The diagram from Hubble's original data only goes from 0 to 2 Mpc (see here), and yet our Local Group is not supposed to be expanding and it is 1.5 Mpc in radius. How can the data show that the universe is expanding when it mostly just includes the Local Group?


2 Answers 2


The original diagram is I think referring to this one (with mislabelled y-axis units):

enter image description here

If you estmate the Hubble constant ($H_0$) from the solid straight line, you get $H_0 \simeq 500$ km/s per Mpc. This is about 7 times as big as the best estimates of $H_0$ today.

There are two reasons for this:

(1) Hubble was slightly fortunate; the galaxies he looked at were relatively nearby and not fully immersed in the "Hubble flow". In other words they would have been quite badly affected by the scatter caused by local peculiar motions, leading to a very noisy estimate of $H_0$. The scatter around the straight line is about 150 km/s.

(2) More imprtantly, Hubble got the distances wrong. The most distant 4 galaxies are in the Virgo cluster; a present-day distance estimate is 16.5 Mpc, i.e. 8 times further away than Hubble estimated. This means his Hubble parameter was about 8 times too big. Note that the distances, estimated in a few cases from Cepeid variables, but mostly using the apparent magnitudes of the brightest star(s) in each galaxy, would be uniformly wrong. i.e. It is just a calibration/scaling error on the x-axis, which should be about 7-8 times bigger.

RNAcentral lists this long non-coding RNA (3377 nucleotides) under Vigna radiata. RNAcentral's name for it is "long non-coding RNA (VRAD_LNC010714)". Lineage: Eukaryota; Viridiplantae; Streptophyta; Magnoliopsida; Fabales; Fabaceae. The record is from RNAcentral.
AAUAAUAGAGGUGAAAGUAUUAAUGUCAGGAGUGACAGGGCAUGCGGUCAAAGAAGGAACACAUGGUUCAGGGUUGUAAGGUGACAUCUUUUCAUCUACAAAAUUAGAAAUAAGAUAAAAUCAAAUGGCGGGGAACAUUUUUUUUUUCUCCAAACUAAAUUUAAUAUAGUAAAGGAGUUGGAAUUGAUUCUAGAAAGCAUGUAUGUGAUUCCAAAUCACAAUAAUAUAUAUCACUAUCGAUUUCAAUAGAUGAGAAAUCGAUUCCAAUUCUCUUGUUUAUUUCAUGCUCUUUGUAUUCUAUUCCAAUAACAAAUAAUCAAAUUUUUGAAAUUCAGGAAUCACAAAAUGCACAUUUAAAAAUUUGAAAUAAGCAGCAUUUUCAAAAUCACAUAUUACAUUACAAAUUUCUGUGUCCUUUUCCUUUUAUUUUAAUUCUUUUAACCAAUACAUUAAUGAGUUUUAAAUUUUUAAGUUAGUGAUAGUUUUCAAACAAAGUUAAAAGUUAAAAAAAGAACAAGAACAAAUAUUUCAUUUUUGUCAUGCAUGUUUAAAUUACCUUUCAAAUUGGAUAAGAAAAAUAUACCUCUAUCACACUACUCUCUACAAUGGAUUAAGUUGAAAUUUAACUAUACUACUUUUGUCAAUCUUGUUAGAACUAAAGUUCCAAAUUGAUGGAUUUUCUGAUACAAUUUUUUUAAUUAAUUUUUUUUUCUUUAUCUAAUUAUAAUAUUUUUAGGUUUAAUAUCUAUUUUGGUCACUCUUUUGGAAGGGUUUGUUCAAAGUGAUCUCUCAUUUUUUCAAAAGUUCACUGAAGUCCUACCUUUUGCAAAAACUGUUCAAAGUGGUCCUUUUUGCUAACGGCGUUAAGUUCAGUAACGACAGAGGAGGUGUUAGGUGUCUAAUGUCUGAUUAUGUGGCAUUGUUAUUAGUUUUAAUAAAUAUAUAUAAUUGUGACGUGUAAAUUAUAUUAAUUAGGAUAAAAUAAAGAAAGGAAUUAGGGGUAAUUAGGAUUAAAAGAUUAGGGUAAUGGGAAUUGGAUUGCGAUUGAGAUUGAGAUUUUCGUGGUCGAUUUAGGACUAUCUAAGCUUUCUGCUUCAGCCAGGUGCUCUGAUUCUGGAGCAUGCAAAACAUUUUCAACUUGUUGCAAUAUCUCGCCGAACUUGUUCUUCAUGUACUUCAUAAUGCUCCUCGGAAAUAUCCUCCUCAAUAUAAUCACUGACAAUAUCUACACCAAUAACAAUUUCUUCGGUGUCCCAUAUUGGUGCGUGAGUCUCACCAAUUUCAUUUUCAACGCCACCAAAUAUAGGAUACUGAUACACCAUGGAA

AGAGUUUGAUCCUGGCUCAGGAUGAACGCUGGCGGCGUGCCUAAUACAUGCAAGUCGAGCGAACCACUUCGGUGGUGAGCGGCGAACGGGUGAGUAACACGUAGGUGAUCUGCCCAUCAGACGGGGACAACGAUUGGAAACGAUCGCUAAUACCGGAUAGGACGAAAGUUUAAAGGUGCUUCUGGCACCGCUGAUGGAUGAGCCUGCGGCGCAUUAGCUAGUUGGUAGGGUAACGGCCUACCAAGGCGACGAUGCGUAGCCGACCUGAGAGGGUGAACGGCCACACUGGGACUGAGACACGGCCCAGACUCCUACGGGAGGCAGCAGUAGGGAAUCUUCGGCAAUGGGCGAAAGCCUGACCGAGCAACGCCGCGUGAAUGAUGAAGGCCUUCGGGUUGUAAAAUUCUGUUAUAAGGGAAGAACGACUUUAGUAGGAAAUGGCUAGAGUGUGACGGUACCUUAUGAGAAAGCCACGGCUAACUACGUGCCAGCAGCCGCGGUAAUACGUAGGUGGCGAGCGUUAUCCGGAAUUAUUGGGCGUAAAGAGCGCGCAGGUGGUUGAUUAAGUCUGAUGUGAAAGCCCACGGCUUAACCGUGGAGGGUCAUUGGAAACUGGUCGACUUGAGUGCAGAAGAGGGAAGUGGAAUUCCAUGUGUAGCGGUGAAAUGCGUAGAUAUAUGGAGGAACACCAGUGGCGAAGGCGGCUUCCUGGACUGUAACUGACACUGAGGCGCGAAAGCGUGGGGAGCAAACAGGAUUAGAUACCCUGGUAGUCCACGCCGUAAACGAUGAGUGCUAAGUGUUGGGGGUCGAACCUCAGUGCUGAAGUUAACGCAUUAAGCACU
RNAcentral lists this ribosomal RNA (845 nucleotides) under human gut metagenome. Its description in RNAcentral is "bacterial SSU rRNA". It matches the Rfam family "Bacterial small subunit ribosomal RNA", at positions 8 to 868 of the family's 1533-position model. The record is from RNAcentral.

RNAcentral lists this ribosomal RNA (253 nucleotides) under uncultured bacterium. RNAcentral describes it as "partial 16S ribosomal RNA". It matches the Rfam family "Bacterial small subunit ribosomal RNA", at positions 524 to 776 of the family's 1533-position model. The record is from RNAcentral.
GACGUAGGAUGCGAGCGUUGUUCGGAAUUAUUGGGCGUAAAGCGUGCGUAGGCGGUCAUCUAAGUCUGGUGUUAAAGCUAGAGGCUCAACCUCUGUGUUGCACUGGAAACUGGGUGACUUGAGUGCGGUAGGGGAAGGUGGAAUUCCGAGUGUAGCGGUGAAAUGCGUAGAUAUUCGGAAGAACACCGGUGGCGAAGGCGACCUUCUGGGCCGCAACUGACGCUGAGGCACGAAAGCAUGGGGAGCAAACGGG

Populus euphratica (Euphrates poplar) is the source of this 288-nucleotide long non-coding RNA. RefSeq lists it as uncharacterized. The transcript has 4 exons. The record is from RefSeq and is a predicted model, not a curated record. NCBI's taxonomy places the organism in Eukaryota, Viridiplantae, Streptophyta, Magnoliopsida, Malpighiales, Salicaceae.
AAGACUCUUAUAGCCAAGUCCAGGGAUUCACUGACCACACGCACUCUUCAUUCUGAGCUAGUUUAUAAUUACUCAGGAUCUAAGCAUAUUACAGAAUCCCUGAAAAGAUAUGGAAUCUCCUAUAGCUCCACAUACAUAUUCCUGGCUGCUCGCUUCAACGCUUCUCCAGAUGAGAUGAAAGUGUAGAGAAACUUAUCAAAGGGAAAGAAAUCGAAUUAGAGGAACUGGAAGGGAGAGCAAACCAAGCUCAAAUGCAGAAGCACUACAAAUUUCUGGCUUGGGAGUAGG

A horizon of 16 Mpc for a Hubble diagram is still not very big and the peculiar motions of galaxies around the general Hubble flow would still play a big role here. Ideally, you would want measurements at $>50$ Mpc and Hubble diagrams today do cover a much larger volume of space. See for example Figure 3 in Kirshner (2003), showing a Hubble diagram for galaxies with type Ia supernovae going out to around 700 Mpc. More recent work expands this to several Gpc.

  • $\begingroup$ Ah, yes, I remember now! I know that our local group is not expanding but is the space within it still expanding and the gravity holds everything back, and can we still use the cosmological redshift measurements, within it, after allowing for any peculiar velocity? $\endgroup$ Jan 30 at 13:47
  • $\begingroup$ This editor redlights REDSHIFT. Should we use 1 word or 2? $\endgroup$ Jan 30 at 13:48
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    $\begingroup$ @CuriousCat: The Stack Exchange editor has no proofreading features, it's your browser (and/or OS and/or third-party software) doing that. Presumably its built-in dictionary was not compiled by cosmologists (but is at least still comprehensive enough to include the common English words "red" and "shift"). $\endgroup$ Jan 30 at 19:49

I don't know which Hubble diagram you're looking at but modern Hubble diagrams go up to hundreds of Mpc (see e.g. https://www.pnas.org/doi/10.1073/pnas.2536799100 Fig 3), well in the range where dark energy dominates.

If you're looking at Hubble's original diagram, do remember that the distance ladder has been much more accurately calibrated than in his day; we are able to estimate astronomical distances much better than Hubble could.

  • $\begingroup$ Yes I did mean the original one. Yes but my question is still valid. $\endgroup$ Feb 9 at 15:49

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